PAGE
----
Vignettes that reflect the warmth of the season24 декабря 2013, 18:41
Sights and sounds of the holidays:
* * * *
She was only about 4 years old.
When she walked into the Ramstor at Kenessary and Imambayev ahead of me, she was proudly holding her grannie's hand.
She chatted softly with grannie until she saw the tree.
Then her eyes shone, and for a moment she was silent, mesmerized.
The tree was draped with tinsel, and its colored lights were twinkling. And at the very top was a silver star. The scene had this warm glow about it, as if the world were right for a moment.
It was too much for the little one.
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She began chirping with excitement about the glittering wonder, pulling her grannie's hand toward the tree to give her a better look.
Grannie didn't say much. She didn't have to. Her looks said it all. She smiled down at the girl adoringly.
It took several minutes for the little one to leave the tree – and you could see it was with reluctance.
This scene of pure childhood innocence made me think of the magic of the Christmases and New Year's I'd spent in the States as a child.
For a moment I felt the urge to rush up to the little one, scoop her into my arms and give her a huge hug.
Then I thought better of it, worried that both she and grannie would think the foreigner deranged.
* * * *
It was my last day of class at Nazarbayev University before the winter break, and I'd planned to give my students a review of the subjects that would be covered on the final exam.
I found two girls blocking the door to the classroom, however. One was holding her hand out like a traffic cop giving pedestrians a “stop” signal.
“Please come back in 10 minutes,” she smiled.
When I did, I found a metallic-blue holiday wreath draped about and colored lights twinkling, and cake and juice on the desk.
And faces full of rapture.
Sometimes you have to ad lib when you're a professor.
“I 've posted the review online,” I told the students. “You can study it on your own, without a classroom review.”
They beamed and waited with anticipation for what I would say next.
I confess to being misty-eyed at that moment.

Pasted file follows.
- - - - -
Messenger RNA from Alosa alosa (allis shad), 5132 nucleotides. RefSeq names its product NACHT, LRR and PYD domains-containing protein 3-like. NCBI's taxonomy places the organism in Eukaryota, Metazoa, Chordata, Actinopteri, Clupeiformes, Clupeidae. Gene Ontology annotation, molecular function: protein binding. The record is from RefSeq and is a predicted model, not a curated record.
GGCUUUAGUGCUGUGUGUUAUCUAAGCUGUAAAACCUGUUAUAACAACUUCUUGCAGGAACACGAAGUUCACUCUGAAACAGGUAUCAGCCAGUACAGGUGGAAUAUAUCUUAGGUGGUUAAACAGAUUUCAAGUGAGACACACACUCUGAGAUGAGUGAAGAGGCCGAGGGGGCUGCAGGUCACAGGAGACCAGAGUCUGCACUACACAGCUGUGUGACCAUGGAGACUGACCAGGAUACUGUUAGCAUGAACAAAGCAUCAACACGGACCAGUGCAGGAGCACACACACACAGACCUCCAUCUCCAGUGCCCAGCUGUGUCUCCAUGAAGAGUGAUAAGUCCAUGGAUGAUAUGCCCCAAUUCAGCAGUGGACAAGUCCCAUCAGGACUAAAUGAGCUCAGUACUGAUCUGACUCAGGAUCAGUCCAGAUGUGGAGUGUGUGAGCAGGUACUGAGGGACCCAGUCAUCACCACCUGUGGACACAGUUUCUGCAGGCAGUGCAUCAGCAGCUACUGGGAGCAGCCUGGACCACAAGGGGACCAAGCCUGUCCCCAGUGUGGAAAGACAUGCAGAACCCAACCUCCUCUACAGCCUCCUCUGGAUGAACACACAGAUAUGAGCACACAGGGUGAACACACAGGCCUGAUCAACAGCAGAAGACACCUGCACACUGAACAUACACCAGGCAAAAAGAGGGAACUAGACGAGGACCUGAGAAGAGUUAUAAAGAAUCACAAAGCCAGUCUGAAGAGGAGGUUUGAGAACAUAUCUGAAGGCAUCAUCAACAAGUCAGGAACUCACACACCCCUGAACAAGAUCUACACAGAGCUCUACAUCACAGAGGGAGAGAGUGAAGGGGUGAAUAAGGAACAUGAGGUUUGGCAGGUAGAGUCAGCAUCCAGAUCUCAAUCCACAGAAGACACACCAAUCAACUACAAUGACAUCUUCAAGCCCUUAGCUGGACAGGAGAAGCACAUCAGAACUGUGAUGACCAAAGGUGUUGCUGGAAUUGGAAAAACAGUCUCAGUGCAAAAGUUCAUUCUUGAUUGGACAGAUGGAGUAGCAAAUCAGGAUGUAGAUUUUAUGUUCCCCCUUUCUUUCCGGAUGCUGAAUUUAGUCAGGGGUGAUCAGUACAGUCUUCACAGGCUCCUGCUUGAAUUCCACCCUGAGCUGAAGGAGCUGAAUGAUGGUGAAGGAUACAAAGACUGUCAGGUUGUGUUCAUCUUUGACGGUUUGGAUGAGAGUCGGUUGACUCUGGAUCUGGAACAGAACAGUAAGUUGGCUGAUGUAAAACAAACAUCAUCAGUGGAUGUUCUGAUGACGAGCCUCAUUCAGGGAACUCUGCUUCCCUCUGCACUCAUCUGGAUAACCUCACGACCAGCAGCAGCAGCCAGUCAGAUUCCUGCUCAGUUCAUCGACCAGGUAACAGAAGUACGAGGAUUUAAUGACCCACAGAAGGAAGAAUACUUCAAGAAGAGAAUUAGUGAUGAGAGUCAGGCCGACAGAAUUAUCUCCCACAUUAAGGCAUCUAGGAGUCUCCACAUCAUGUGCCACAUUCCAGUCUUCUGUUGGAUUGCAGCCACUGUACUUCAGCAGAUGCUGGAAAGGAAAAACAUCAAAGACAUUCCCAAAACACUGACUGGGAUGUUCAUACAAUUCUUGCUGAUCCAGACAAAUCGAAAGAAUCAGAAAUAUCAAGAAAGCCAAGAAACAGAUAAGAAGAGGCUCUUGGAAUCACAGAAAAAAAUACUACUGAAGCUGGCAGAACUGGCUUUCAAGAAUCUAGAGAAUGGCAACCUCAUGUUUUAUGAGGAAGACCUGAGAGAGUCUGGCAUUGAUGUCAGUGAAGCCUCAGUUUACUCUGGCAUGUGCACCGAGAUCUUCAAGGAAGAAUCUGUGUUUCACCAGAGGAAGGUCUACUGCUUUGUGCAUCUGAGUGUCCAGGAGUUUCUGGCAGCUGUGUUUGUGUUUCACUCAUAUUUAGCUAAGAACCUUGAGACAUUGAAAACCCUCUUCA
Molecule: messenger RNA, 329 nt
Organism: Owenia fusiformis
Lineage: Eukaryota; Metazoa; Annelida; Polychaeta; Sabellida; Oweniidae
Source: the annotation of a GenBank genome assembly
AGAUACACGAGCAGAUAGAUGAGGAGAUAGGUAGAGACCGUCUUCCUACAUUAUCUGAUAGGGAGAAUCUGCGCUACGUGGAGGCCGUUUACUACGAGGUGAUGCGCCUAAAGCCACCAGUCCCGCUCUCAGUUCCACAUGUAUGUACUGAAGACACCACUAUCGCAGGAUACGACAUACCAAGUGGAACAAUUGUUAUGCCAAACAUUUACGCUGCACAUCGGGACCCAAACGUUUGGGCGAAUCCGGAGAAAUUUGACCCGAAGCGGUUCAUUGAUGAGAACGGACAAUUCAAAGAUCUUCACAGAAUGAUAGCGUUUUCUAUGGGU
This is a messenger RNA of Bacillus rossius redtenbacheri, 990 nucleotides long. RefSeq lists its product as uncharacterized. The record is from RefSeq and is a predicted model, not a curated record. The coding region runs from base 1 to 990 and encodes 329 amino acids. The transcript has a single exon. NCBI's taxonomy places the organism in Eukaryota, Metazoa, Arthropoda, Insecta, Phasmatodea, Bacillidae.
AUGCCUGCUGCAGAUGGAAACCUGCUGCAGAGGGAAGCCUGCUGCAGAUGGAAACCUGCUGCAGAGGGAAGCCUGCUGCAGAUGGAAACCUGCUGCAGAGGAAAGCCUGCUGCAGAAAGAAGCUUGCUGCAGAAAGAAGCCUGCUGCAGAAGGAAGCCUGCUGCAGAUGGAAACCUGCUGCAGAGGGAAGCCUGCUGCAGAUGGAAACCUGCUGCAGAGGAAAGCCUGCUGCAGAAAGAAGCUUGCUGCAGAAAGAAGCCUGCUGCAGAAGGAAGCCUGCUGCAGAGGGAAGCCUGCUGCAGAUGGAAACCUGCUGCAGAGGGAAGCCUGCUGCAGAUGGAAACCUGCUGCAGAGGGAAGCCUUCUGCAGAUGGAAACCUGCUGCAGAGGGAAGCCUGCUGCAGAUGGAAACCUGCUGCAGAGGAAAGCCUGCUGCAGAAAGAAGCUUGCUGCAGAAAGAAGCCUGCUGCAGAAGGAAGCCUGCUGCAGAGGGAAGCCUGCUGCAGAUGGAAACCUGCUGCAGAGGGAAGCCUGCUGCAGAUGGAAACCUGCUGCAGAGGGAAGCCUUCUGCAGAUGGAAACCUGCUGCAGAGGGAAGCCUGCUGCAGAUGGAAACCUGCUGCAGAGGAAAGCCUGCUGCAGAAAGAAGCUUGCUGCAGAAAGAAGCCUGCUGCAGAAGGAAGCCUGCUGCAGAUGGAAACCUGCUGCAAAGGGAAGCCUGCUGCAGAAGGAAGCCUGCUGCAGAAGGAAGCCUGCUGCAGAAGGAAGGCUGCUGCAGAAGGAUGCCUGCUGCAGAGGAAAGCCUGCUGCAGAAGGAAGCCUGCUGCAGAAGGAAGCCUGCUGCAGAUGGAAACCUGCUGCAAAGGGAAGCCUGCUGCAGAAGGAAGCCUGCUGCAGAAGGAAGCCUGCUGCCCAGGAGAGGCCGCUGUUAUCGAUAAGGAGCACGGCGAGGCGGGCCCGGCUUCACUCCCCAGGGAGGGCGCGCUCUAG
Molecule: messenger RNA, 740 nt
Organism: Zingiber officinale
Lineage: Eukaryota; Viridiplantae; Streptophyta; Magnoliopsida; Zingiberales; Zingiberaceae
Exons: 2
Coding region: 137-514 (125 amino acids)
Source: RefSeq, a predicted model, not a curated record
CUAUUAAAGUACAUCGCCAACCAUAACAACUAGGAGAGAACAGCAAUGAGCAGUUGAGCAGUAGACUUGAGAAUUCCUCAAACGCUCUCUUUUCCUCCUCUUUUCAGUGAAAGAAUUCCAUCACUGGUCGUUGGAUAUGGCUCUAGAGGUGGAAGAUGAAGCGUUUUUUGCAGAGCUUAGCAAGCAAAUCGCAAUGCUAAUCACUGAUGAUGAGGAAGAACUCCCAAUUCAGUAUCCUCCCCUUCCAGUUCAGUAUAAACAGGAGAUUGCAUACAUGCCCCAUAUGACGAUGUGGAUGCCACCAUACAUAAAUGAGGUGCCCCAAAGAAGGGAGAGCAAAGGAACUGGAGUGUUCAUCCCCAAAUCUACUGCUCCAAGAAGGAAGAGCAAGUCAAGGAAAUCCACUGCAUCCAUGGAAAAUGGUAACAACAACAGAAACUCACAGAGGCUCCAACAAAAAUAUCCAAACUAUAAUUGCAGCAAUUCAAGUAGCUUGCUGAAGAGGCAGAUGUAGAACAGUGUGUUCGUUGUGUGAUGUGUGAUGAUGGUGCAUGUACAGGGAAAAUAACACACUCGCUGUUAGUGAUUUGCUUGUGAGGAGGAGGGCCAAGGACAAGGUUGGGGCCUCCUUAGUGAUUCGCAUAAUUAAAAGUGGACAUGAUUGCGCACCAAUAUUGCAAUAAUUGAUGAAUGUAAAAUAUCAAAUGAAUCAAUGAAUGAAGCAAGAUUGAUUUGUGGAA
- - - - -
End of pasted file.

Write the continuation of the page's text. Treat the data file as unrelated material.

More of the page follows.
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“I love you,” I said. “And I can't tell you how much I admire you. You've been pioneers in this grand experiment with Western education in Kazakhstan. I know it's been hard for you to adapt to a totally new approach to education and to professors who think differently because they're from other countries.
“But you're doing it – and in a language that isn't your own. I can only imagine how hard it would be if I were trying to get through a university in Japan, with all the coursework in Japanese.
“There's been added pressure on you because this university is very high-profile,” I continued. “It has President Nazarbayev's name on it, and the people of Kazakhstan are watching, and they have high expectations. But you're meeting those expectations. You first group of students at this university are setting the tone, paving the way for all of those coming behind you. And you're going to be doing great things for your country after you graduate in 2015. I salute you.”
The students cheered
“OK, let's start the program,” I said.
We cut the cake and poured the juice.
Then we sang some holiday songs.
When the two girls had barred me from the door, I knew something was up, so I went to my computer and printed out the lyrics to my favorite holiday song, “Have Yourself a Merry Little Christmas.”
We sang that, and “Jingle Bells,” and two or three others.
A couple of students offered toasts to me – with juice, of course. One was to me as a teacher and a person. Another was to my health.
After a few more festivities it was over.
Everyone knows that the best part of holidays is being with family.
Nazarbayev University students have become family to me.
It's a joy to be around them.
And I know they're gonna be family forever.
* * * *
Happy holidays, everyone!
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